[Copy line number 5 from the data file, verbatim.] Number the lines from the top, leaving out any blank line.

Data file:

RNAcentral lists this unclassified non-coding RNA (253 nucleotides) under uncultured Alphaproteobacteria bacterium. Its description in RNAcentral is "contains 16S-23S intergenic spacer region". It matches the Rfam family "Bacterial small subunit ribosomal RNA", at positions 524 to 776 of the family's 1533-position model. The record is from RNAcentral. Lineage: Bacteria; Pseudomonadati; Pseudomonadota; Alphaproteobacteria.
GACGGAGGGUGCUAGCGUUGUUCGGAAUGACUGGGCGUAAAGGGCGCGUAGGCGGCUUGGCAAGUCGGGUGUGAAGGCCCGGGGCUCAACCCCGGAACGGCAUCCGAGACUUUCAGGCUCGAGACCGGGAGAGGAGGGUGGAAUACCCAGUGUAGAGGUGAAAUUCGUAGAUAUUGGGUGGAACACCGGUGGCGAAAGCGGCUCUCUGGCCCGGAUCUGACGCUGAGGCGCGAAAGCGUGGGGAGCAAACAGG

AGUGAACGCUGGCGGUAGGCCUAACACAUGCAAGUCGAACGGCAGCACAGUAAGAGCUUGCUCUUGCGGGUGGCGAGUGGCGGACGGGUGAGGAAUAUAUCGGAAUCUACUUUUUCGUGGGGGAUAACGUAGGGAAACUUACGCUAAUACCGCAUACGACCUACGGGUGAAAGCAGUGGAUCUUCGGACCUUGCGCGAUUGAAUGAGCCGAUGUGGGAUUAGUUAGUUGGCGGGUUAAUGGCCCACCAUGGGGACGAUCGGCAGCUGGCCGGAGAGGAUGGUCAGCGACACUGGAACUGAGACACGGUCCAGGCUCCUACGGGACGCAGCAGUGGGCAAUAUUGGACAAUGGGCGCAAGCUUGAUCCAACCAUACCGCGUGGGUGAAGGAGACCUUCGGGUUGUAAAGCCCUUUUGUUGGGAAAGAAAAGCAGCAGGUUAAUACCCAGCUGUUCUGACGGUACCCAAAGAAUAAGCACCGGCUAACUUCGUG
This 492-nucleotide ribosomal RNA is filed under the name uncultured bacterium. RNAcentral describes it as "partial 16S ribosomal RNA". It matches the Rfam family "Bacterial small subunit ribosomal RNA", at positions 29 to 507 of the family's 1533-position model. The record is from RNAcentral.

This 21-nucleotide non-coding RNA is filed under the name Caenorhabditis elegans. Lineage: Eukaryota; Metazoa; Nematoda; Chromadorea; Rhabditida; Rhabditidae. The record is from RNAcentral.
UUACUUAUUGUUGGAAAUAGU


This 21-nucleotide non-coding RNA is filed under the name Caenorhabditis elegans. Lineage: Eukaryota; Metazoa; Nematoda; Chromadorea; Rhabditida; Rhabditidae. The record is from RNAcentral.